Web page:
In a recent column comparing the movie "Revolutionary Road" and the similarly themed TV series "Mad Men," Variety's ever-thoughtful TV critic, Brian Lowry, observed that Leo-Kate movie barely had time to satisfactorily shape its characters' arcs in a nuanced way. Longform storytelling in television, on the other hand, allows for the sort of complexity that "Revolutionary Road" is missing.

Lowry concludes, "While mainstream movies have become the understandable vehicle of choice for visualizing comic books and graphic novels, more intricate dramatic storytelling has found a
particularly satisfying home in television, capitalizing on the medium's novelistic latitude to develop characters over extended arcs, whether that's 'The Wire' -- really the great American novel in TV form -- or programs such as 'Big Love' and "Mad Men.' It's been a long road (more evolutionary than revolutionary) to this juncture. Yet after years in which TV has suffered from an inferiority complex vis-a-vis movies, at certain key nodes those lines have been erased --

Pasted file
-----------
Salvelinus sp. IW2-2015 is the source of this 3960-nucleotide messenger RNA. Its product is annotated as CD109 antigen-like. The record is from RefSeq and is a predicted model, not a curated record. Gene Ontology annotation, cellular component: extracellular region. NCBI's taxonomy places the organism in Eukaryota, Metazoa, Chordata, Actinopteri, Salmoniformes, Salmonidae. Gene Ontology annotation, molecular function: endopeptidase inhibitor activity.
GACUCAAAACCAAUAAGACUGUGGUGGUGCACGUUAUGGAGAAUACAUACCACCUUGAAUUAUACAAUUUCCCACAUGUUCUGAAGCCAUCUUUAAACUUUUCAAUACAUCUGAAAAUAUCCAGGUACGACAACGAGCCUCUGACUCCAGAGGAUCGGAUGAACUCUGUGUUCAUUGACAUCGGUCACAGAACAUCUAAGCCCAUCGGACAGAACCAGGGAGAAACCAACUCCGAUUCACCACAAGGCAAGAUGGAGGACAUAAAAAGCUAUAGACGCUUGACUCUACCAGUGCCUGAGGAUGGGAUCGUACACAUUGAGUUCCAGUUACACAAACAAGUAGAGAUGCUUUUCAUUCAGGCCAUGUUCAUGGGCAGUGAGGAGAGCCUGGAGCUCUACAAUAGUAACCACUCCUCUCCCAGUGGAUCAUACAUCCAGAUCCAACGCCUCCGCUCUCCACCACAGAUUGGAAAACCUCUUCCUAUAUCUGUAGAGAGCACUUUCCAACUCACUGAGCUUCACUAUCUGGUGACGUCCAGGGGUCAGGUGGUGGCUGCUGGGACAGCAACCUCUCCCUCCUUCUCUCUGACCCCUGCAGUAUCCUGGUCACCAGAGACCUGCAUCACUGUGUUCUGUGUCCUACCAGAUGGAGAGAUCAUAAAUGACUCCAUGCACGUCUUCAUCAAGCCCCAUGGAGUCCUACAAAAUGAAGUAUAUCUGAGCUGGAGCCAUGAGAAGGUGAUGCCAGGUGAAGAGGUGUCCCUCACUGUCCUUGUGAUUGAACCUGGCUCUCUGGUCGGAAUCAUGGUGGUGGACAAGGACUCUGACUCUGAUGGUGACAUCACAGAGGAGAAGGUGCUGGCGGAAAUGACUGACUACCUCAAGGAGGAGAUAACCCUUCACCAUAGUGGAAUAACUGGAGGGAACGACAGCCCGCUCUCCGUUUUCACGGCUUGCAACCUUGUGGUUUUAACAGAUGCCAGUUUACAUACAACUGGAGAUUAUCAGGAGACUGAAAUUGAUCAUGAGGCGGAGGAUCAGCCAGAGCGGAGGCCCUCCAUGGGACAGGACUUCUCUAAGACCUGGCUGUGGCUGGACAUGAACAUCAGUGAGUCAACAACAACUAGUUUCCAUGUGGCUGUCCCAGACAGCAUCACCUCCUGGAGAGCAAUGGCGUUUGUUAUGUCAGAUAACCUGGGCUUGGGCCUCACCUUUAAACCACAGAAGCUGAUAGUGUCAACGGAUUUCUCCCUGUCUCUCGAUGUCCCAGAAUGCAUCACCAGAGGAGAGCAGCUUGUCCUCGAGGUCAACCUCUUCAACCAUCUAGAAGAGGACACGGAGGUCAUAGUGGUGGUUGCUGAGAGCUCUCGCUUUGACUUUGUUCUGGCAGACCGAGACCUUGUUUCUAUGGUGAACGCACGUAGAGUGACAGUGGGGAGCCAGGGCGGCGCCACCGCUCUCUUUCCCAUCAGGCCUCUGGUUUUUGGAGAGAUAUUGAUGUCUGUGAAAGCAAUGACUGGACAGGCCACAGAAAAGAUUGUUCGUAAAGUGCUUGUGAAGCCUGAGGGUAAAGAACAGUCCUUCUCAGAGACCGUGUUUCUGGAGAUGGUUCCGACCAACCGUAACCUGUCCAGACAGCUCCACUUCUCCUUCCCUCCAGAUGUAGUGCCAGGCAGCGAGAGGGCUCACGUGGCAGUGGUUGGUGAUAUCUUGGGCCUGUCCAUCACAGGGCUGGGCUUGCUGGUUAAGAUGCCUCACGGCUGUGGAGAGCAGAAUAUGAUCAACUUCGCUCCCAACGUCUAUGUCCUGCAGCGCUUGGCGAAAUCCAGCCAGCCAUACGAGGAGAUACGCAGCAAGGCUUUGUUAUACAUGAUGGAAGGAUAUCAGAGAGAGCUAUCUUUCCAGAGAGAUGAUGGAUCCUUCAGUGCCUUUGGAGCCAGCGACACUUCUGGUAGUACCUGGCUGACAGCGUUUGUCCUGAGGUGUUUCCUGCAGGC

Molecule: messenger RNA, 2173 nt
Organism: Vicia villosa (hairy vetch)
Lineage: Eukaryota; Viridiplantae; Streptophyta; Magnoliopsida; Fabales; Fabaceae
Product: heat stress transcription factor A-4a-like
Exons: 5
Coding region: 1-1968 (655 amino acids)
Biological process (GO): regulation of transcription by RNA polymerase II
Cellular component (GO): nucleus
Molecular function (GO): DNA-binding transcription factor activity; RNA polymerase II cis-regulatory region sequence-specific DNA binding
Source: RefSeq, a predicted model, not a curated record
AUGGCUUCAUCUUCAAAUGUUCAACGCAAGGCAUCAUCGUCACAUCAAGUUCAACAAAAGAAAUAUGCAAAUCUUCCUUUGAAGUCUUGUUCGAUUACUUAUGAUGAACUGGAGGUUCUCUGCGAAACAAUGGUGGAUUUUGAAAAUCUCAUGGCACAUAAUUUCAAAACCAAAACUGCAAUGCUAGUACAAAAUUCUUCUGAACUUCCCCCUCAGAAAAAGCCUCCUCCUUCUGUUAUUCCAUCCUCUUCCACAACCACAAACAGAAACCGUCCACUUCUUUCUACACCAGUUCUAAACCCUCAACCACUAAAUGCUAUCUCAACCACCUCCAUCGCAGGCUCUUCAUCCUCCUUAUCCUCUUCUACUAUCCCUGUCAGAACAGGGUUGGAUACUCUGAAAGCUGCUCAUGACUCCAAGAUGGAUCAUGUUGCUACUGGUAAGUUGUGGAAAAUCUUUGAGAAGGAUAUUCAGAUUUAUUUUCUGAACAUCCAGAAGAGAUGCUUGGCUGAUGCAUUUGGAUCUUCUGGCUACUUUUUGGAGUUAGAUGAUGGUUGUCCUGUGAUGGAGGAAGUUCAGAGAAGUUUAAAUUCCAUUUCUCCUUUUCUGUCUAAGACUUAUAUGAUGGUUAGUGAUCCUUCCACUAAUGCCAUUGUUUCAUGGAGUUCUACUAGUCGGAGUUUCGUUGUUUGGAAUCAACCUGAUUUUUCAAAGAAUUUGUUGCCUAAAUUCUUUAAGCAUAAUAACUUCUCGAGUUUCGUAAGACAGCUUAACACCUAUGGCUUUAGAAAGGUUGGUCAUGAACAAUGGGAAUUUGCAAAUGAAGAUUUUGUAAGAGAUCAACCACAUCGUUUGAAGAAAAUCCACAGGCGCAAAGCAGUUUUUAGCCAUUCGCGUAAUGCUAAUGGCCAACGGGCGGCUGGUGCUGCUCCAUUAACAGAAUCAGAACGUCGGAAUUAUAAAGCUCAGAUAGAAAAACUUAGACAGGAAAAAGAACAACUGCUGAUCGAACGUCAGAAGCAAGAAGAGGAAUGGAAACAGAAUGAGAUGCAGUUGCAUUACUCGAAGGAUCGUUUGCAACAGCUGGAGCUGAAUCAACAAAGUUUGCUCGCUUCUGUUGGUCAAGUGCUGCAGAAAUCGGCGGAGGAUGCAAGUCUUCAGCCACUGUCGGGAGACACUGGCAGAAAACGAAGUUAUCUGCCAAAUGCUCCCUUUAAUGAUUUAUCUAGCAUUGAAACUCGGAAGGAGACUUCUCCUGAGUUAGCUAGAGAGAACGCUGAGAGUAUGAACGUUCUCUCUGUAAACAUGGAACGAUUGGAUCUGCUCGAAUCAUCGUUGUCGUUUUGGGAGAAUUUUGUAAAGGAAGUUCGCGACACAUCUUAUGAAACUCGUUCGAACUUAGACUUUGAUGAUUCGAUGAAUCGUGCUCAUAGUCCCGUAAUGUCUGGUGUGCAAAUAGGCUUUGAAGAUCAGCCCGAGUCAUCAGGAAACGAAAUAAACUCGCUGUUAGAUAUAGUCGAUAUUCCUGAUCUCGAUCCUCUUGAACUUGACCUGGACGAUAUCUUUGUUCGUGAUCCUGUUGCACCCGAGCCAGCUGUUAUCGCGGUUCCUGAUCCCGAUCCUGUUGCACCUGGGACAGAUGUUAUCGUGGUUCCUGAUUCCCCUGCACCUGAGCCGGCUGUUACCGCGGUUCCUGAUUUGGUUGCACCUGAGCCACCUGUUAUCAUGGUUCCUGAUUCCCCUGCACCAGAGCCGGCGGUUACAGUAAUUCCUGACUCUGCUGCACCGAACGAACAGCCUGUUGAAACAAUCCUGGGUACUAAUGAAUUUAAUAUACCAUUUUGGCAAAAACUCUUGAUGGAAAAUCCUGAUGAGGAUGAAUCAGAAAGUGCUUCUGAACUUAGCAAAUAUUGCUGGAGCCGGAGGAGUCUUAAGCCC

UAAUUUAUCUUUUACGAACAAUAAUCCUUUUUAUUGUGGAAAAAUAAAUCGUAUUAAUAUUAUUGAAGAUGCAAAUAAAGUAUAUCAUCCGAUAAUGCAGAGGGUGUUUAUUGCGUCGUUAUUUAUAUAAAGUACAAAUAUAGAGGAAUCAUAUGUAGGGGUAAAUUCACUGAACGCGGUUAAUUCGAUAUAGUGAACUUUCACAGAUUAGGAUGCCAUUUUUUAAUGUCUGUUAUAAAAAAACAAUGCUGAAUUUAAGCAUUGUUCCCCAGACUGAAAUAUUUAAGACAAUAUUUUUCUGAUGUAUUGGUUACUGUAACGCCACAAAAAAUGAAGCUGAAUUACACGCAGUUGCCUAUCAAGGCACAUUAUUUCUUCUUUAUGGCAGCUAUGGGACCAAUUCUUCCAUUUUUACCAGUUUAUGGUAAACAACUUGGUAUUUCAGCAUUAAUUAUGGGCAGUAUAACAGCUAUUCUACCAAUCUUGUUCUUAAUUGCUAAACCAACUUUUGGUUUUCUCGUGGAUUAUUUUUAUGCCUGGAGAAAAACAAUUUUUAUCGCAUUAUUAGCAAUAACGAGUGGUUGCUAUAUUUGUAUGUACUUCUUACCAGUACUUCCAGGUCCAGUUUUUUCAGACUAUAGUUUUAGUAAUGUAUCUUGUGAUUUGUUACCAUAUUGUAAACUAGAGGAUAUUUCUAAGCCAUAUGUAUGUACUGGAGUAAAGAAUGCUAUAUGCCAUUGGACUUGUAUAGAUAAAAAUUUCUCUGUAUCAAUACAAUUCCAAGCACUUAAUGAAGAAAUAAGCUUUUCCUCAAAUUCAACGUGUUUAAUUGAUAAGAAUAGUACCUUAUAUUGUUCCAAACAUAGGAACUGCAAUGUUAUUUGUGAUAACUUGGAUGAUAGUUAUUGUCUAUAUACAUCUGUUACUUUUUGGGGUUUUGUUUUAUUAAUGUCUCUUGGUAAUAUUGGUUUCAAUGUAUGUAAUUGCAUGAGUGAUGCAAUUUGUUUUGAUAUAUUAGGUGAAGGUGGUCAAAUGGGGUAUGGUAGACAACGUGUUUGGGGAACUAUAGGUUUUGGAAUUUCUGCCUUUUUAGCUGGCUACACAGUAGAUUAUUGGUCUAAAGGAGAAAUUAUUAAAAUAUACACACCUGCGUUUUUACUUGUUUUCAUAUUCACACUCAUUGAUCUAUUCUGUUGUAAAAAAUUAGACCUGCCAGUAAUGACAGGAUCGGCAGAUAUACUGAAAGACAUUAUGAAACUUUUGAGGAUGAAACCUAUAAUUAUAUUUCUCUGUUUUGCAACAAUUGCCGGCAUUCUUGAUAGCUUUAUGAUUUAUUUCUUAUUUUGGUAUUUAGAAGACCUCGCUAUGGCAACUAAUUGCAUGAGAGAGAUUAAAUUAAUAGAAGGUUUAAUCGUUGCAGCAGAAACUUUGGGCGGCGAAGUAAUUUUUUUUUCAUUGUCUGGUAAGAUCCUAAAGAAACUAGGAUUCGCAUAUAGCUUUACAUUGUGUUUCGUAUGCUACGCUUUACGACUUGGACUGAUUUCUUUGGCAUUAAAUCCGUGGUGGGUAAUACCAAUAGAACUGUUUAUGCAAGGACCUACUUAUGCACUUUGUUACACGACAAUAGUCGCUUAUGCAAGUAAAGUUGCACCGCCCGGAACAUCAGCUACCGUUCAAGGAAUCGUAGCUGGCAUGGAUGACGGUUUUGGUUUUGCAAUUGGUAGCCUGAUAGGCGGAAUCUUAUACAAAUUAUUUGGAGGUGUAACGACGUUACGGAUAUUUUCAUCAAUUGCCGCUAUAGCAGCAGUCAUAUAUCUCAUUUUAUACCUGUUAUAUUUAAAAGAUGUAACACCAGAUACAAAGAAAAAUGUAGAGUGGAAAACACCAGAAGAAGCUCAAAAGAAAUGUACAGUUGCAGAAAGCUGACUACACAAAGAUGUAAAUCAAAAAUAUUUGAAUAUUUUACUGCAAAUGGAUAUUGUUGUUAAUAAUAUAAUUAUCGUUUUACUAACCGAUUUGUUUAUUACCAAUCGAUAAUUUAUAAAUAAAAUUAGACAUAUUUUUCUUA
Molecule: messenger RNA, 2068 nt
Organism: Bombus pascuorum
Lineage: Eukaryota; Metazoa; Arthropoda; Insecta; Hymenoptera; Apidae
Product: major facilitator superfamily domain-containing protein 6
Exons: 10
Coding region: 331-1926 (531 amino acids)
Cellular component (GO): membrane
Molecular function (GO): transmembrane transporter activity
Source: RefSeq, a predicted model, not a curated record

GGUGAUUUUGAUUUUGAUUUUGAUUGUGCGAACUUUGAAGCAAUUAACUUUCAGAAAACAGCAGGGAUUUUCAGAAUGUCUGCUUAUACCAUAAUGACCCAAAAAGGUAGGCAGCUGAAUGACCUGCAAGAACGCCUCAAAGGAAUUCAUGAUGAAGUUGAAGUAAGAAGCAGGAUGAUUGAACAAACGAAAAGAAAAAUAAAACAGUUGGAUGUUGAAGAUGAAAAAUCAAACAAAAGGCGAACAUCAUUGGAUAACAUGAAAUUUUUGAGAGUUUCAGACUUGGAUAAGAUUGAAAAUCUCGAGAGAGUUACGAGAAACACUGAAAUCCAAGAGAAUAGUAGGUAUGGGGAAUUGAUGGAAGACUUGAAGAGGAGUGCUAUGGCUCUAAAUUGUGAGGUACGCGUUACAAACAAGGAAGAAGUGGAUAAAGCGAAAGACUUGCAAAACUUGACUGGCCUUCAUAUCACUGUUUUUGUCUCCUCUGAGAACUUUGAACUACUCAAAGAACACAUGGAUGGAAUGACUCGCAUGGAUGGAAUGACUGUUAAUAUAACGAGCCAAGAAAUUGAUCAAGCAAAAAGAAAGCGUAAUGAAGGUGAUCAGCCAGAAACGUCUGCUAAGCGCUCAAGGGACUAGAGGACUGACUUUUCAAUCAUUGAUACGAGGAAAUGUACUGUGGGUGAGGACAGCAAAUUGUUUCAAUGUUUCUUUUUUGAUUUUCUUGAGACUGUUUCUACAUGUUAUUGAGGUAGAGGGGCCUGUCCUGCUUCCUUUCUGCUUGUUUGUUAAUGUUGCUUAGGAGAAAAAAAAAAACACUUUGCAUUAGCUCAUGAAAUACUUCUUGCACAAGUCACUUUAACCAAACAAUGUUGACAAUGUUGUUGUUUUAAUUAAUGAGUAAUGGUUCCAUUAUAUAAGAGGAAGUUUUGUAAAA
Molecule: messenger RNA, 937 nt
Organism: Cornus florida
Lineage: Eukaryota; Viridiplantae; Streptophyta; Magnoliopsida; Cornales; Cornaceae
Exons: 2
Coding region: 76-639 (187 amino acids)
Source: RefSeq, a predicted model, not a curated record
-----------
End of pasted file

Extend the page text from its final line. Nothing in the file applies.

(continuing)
so much so that many of this generation's finest creative moments are, indeed, being televised."

Granted, there are some troubling trends, too. For a while there, it seemed that audiences were less interested in predictable procedurals than they were in ambitious sagas such as "Lost." But that fad has, sadly, passed. The most popular shows on TV nowadays are once again “NCIS,” “CSI,” "Cold Case,” and “The Mentalist.” Frankly, it's a miracle that "Friday Night Lights" is still on the air. Moreover, the fall schedule is filled with even more shows about lawyers, cops, and doctors.

As networks struggle to hang on to viewers in the long-tail era, a certain conservatism is inevitable. But as network television retrenches through cost-cutting moves such as moving Jay Leno to 10 p.m., more viewers will likely look to TNT, AMC, USA, FX, Showtime, and HBO for salvation. The days of network monopoly are over. The medium's future looks bright.